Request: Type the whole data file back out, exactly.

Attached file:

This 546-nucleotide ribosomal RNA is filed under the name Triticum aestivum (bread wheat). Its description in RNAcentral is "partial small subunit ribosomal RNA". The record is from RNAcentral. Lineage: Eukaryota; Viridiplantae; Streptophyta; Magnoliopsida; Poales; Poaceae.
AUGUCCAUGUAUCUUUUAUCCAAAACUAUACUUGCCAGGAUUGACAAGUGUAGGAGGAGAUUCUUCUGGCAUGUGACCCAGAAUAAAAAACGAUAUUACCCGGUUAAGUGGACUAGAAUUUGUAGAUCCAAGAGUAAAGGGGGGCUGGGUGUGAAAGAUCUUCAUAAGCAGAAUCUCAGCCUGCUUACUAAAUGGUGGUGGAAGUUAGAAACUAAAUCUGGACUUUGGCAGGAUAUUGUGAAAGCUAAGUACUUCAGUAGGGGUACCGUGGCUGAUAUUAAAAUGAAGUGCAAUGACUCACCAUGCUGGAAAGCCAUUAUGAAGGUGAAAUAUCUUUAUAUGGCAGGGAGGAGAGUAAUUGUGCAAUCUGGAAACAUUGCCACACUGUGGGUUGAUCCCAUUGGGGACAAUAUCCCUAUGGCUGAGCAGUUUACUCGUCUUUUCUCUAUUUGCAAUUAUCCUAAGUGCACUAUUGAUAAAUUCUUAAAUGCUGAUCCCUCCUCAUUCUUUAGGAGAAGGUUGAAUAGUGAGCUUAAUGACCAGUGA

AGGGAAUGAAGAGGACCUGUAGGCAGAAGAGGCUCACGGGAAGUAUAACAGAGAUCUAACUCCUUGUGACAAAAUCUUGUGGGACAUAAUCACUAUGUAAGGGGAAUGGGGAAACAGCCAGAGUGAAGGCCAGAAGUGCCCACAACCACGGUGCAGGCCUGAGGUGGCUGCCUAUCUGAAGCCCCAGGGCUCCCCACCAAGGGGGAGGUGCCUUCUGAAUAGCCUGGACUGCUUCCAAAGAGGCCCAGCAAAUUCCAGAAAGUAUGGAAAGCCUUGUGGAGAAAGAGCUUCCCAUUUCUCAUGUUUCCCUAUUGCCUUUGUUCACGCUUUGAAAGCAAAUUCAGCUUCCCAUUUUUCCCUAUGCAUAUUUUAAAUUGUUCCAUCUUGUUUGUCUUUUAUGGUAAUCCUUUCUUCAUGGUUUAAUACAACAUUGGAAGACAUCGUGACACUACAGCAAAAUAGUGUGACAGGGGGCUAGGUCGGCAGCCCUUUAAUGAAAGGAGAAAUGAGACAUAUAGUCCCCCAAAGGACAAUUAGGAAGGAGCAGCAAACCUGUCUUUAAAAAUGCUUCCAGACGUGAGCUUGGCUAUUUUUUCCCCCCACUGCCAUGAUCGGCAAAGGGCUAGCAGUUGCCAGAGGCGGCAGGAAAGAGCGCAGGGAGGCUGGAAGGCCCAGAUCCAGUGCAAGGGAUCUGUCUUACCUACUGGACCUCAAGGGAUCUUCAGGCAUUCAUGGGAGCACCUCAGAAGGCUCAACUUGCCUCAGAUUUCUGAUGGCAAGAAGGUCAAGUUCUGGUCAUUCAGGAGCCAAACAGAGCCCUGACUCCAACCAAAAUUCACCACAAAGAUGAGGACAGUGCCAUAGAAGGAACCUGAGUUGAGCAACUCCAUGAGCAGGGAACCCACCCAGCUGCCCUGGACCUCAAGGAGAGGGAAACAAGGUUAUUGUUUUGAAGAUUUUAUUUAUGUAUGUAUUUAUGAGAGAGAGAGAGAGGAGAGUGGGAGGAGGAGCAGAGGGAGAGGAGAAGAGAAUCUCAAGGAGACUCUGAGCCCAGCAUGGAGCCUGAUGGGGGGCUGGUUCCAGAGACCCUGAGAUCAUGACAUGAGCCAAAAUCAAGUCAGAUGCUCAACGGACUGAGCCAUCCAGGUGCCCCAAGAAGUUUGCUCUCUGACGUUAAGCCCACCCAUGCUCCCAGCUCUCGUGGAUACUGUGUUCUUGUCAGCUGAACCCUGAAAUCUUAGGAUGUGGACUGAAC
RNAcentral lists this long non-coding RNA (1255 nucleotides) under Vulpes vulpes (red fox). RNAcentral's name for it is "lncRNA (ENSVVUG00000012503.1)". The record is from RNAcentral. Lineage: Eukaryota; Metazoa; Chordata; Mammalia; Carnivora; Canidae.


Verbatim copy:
This 546-nucleotide ribosomal RNA is filed under the name Triticum aestivum (bread wheat). Its description in RNAcentral is "partial small subunit ribosomal RNA". The record is from RNAcentral. Lineage: Eukaryota; Viridiplantae; Streptophyta; Magnoliopsida; Poales; Poaceae.
AUGUCCAUGUAUCUUUUAUCCAAAACUAUACUUGCCAGGAUUGACAAGUGUAGGAGGAGAUUCUUCUGGCAUGUGACCCAGAAUAAAAAACGAUAUUACCCGGUUAAGUGGACUAGAAUUUGUAGAUCCAAGAGUAAAGGGGGGCUGGGUGUGAAAGAUCUUCAUAAGCAGAAUCUCAGCCUGCUUACUAAAUGGUGGUGGAAGUUAGAAACUAAAUCUGGACUUUGGCAGGAUAUUGUGAAAGCUAAGUACUUCAGUAGGGGUACCGUGGCUGAUAUUAAAAUGAAGUGCAAUGACUCACCAUGCUGGAAAGCCAUUAUGAAGGUGAAAUAUCUUUAUAUGGCAGGGAGGAGAGUAAUUGUGCAAUCUGGAAACAUUGCCACACUGUGGGUUGAUCCCAUUGGGGACAAUAUCCCUAUGGCUGAGCAGUUUACUCGUCUUUUCUCUAUUUGCAAUUAUCCUAAGUGCACUAUUGAUAAAUUCUUAAAUGCUGAUCCCUCCUCAUUCUUUAGGAGAAGGUUGAAUAGUGAGCUUAAUGACCAGUGA

AGGGAAUGAAGAGGACCUGUAGGCAGAAGAGGCUCACGGGAAGUAUAACAGAGAUCUAACUCCUUGUGACAAAAUCUUGUGGGACAUAAUCACUAUGUAAGGGGAAUGGGGAAACAGCCAGAGUGAAGGCCAGAAGUGCCCACAACCACGGUGCAGGCCUGAGGUGGCUGCCUAUCUGAAGCCCCAGGGCUCCCCACCAAGGGGGAGGUGCCUUCUGAAUAGCCUGGACUGCUUCCAAAGAGGCCCAGCAAAUUCCAGAAAGUAUGGAAAGCCUUGUGGAGAAAGAGCUUCCCAUUUCUCAUGUUUCCCUAUUGCCUUUGUUCACGCUUUGAAAGCAAAUUCAGCUUCCCAUUUUUCCCUAUGCAUAUUUUAAAUUGUUCCAUCUUGUUUGUCUUUUAUGGUAAUCCUUUCUUCAUGGUUUAAUACAACAUUGGAAGACAUCGUGACACUACAGCAAAAUAGUGUGACAGGGGGCUAGGUCGGCAGCCCUUUAAUGAAAGGAGAAAUGAGACAUAUAGUCCCCCAAAGGACAAUUAGGAAGGAGCAGCAAACCUGUCUUUAAAAAUGCUUCCAGACGUGAGCUUGGCUAUUUUUUCCCCCCACUGCCAUGAUCGGCAAAGGGCUAGCAGUUGCCAGAGGCGGCAGGAAAGAGCGCAGGGAGGCUGGAAGGCCCAGAUCCAGUGCAAGGGAUCUGUCUUACCUACUGGACCUCAAGGGAUCUUCAGGCAUUCAUGGGAGCACCUCAGAAGGCUCAACUUGCCUCAGAUUUCUGAUGGCAAGAAGGUCAAGUUCUGGUCAUUCAGGAGCCAAACAGAGCCCUGACUCCAACCAAAAUUCACCACAAAGAUGAGGACAGUGCCAUAGAAGGAACCUGAGUUGAGCAACUCCAUGAGCAGGGAACCCACCCAGCUGCCCUGGACCUCAAGGAGAGGGAAACAAGGUUAUUGUUUUGAAGAUUUUAUUUAUGUAUGUAUUUAUGAGAGAGAGAGAGAGGAGAGUGGGAGGAGGAGCAGAGGGAGAGGAGAAGAGAAUCUCAAGGAGACUCUGAGCCCAGCAUGGAGCCUGAUGGGGGGCUGGUUCCAGAGACCCUGAGAUCAUGACAUGAGCCAAAAUCAAGUCAGAUGCUCAACGGACUGAGCCAUCCAGGUGCCCCAAGAAGUUUGCUCUCUGACGUUAAGCCCACCCAUGCUCCCAGCUCUCGUGGAUACUGUGUUCUUGUCAGCUGAACCCUGAAAUCUUAGGAUGUGGACUGAAC
RNAcentral lists this long non-coding RNA (1255 nucleotides) under Vulpes vulpes (red fox). RNAcentral's name for it is "lncRNA (ENSVVUG00000012503.1)". The record is from RNAcentral. Lineage: Eukaryota; Metazoa; Chordata; Mammalia; Carnivora; Canidae.